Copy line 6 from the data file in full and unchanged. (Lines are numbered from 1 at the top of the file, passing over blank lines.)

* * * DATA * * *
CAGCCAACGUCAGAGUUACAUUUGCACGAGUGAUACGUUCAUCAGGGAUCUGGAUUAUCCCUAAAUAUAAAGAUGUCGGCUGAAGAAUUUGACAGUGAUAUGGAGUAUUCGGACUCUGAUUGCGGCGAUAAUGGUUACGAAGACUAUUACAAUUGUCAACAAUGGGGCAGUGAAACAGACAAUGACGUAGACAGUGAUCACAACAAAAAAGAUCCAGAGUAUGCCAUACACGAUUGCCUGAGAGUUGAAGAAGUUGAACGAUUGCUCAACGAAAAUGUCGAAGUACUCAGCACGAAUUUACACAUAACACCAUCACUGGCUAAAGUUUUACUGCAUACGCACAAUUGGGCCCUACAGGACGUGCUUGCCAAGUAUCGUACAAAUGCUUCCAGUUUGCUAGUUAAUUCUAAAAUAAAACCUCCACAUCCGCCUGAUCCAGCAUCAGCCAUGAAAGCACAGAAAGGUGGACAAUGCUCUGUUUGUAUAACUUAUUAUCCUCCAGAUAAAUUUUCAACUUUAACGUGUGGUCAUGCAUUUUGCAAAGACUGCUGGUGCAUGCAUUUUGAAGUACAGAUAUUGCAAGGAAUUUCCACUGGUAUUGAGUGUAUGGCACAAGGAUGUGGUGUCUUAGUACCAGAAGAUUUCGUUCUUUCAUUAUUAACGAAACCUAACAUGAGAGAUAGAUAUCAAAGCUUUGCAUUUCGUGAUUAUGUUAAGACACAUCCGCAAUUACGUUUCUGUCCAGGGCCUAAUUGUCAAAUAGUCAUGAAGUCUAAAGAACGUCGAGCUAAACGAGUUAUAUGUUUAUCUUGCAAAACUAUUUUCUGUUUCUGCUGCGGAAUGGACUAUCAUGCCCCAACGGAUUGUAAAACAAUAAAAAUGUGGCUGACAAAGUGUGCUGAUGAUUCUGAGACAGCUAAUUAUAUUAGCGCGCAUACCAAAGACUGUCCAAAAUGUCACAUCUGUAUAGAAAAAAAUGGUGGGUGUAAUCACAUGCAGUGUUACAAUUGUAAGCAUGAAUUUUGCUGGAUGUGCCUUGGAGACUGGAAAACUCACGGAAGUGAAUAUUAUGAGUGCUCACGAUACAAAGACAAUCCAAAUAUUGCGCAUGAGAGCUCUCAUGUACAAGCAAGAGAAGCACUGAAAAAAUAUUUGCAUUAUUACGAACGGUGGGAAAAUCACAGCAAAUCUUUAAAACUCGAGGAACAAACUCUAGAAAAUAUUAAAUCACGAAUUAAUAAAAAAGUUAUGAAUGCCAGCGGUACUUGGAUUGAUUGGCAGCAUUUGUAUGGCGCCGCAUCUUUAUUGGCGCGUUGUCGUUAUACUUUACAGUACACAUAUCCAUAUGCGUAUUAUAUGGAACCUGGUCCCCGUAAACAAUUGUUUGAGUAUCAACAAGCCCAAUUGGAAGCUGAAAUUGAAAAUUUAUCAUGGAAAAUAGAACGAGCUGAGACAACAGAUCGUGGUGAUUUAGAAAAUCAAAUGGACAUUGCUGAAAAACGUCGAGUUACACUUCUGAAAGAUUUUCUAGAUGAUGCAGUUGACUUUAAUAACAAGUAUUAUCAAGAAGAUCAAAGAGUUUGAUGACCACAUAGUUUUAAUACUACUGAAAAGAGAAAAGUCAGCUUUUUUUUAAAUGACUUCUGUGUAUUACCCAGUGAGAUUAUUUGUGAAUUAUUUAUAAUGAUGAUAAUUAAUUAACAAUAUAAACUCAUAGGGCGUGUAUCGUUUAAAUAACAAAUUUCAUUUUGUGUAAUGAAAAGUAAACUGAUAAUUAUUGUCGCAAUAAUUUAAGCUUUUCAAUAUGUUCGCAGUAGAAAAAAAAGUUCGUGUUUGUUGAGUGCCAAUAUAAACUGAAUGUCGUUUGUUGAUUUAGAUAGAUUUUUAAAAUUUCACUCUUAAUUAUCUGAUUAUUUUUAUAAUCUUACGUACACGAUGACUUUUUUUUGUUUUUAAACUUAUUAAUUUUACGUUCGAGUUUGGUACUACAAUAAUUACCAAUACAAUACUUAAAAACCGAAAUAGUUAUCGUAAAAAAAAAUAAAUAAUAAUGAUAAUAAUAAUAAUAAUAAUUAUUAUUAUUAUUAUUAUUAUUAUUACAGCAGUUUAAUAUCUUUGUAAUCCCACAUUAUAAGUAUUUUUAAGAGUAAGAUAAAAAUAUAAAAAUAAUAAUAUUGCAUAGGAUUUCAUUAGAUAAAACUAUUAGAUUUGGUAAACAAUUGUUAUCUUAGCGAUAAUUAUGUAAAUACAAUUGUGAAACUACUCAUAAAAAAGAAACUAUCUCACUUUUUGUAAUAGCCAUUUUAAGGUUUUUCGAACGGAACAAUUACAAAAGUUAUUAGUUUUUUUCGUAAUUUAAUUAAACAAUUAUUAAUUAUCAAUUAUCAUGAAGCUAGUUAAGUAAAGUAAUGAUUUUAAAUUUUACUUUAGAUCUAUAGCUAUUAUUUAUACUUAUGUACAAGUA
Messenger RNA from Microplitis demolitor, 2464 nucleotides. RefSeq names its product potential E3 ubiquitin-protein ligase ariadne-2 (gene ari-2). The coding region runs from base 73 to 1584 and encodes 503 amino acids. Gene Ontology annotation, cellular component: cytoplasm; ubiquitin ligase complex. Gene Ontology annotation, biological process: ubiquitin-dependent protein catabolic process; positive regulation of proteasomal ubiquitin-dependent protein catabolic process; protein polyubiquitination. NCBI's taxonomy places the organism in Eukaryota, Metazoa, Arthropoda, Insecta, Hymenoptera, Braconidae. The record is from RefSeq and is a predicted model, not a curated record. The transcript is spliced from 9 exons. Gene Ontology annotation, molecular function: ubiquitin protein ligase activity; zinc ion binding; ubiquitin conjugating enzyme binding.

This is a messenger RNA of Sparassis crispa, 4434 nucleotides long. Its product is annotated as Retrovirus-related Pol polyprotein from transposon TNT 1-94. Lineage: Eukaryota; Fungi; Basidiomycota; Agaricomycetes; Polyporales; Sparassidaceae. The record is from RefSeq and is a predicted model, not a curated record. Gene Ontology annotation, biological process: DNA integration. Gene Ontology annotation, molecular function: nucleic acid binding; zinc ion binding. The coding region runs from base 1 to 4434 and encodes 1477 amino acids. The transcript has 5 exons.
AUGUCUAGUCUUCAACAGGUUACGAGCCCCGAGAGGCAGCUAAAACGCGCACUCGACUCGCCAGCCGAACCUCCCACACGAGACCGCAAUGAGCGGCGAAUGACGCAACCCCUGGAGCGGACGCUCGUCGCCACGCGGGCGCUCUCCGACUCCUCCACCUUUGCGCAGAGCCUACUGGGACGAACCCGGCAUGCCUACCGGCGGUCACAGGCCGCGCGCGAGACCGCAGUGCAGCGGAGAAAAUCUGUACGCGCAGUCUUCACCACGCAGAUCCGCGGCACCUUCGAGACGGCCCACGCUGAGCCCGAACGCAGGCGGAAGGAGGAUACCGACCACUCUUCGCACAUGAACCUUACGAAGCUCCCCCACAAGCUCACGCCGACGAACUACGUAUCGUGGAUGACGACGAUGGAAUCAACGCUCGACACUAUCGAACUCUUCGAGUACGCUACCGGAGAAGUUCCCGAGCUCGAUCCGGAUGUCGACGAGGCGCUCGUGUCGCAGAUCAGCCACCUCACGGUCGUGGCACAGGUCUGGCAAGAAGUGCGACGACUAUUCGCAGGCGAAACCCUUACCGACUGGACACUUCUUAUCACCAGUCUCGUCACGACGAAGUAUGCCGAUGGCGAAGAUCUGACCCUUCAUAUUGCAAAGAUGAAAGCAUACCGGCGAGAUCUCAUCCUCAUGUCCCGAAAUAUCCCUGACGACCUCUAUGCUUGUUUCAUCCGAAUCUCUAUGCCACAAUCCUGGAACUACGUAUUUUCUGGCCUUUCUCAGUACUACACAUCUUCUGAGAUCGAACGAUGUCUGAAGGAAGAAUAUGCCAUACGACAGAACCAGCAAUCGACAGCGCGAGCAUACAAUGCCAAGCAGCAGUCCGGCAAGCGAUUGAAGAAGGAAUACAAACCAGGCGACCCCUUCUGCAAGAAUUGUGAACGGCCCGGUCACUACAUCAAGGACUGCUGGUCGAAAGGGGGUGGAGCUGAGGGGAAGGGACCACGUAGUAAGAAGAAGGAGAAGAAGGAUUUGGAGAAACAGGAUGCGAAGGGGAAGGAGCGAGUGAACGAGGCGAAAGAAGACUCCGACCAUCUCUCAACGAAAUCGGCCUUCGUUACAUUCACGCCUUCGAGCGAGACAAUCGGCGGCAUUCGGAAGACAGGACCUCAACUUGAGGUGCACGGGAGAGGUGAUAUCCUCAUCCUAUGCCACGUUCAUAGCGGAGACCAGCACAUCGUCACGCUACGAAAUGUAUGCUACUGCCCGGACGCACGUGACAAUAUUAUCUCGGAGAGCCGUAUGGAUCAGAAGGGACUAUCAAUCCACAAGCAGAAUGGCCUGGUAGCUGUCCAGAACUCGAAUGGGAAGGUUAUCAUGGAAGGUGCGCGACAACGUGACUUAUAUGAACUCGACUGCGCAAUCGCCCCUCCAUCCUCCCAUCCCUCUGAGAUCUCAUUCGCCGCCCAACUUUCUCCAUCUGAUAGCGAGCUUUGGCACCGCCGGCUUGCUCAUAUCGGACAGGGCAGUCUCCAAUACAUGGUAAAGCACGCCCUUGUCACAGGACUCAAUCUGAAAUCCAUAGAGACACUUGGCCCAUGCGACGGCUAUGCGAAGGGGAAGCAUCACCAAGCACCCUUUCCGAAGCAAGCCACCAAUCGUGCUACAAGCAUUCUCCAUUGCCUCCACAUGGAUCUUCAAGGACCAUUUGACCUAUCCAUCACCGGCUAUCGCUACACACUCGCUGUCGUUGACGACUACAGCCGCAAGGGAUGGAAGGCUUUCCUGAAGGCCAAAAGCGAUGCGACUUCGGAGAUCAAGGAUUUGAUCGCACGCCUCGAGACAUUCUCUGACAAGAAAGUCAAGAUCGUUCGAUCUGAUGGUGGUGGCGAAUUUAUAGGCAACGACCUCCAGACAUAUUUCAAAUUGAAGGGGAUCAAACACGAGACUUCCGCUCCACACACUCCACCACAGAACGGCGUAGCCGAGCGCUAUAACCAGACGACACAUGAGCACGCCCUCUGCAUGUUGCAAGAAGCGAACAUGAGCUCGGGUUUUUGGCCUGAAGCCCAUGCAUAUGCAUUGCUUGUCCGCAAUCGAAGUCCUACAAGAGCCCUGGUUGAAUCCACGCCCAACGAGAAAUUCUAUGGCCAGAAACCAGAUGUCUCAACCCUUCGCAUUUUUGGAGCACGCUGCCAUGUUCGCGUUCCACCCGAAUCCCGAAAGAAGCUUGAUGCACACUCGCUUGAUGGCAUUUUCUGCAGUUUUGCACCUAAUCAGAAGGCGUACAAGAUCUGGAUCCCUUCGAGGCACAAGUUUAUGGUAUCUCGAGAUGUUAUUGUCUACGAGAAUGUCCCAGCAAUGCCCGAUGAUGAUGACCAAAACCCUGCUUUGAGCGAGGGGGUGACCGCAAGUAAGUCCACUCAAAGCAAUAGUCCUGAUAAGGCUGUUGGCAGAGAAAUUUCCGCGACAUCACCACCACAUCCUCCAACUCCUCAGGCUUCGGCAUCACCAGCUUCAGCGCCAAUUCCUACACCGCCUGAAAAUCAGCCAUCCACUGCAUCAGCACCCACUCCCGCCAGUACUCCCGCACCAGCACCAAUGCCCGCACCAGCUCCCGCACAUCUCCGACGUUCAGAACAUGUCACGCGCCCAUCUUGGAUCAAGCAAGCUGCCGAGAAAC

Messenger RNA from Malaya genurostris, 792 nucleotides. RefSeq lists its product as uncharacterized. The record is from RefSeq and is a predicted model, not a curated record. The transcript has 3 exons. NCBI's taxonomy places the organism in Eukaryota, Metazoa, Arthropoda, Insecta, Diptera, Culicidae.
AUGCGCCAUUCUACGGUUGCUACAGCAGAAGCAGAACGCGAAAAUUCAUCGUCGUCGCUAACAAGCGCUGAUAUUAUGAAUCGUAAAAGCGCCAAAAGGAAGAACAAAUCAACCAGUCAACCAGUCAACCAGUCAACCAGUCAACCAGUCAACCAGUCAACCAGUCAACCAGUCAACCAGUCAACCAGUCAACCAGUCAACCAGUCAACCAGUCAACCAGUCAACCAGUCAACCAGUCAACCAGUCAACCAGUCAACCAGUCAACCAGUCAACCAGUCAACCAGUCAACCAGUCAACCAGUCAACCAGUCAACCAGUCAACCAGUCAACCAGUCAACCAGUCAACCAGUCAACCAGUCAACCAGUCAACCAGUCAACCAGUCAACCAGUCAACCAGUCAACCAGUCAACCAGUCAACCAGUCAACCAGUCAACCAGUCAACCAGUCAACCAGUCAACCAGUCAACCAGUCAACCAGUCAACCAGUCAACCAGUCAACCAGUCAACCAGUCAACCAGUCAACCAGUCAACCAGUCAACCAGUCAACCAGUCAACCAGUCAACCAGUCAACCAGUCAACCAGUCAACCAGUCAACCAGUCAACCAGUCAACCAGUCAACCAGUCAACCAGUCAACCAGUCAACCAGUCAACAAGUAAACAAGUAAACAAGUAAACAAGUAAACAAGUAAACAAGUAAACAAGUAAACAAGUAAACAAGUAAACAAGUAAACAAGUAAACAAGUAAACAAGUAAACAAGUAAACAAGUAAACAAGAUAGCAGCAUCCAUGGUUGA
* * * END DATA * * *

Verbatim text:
AUGCGCCAUUCUACGGUUGCUACAGCAGAAGCAGAACGCGAAAAUUCAUCGUCGUCGCUAACAAGCGCUGAUAUUAUGAAUCGUAAAAGCGCCAAAAGGAAGAACAAAUCAACCAGUCAACCAGUCAACCAGUCAACCAGUCAACCAGUCAACCAGUCAACCAGUCAACCAGUCAACCAGUCAACCAGUCAACCAGUCAACCAGUCAACCAGUCAACCAGUCAACCAGUCAACCAGUCAACCAGUCAACCAGUCAACCAGUCAACCAGUCAACCAGUCAACCAGUCAACCAGUCAACCAGUCAACCAGUCAACCAGUCAACCAGUCAACCAGUCAACCAGUCAACCAGUCAACCAGUCAACCAGUCAACCAGUCAACCAGUCAACCAGUCAACCAGUCAACCAGUCAACCAGUCAACCAGUCAACCAGUCAACCAGUCAACCAGUCAACCAGUCAACCAGUCAACCAGUCAACCAGUCAACCAGUCAACCAGUCAACCAGUCAACCAGUCAACCAGUCAACCAGUCAACCAGUCAACCAGUCAACCAGUCAACCAGUCAACCAGUCAACCAGUCAACCAGUCAACCAGUCAACCAGUCAACCAGUCAACCAGUCAACCAGUCAACCAGUCAACCAGUCAACCAGUCAACAAGUAAACAAGUAAACAAGUAAACAAGUAAACAAGUAAACAAGUAAACAAGUAAACAAGUAAACAAGUAAACAAGUAAACAAGUAAACAAGUAAACAAGUAAACAAGUAAACAAGUAAACAAGAUAGCAGCAUCCAUGGUUGA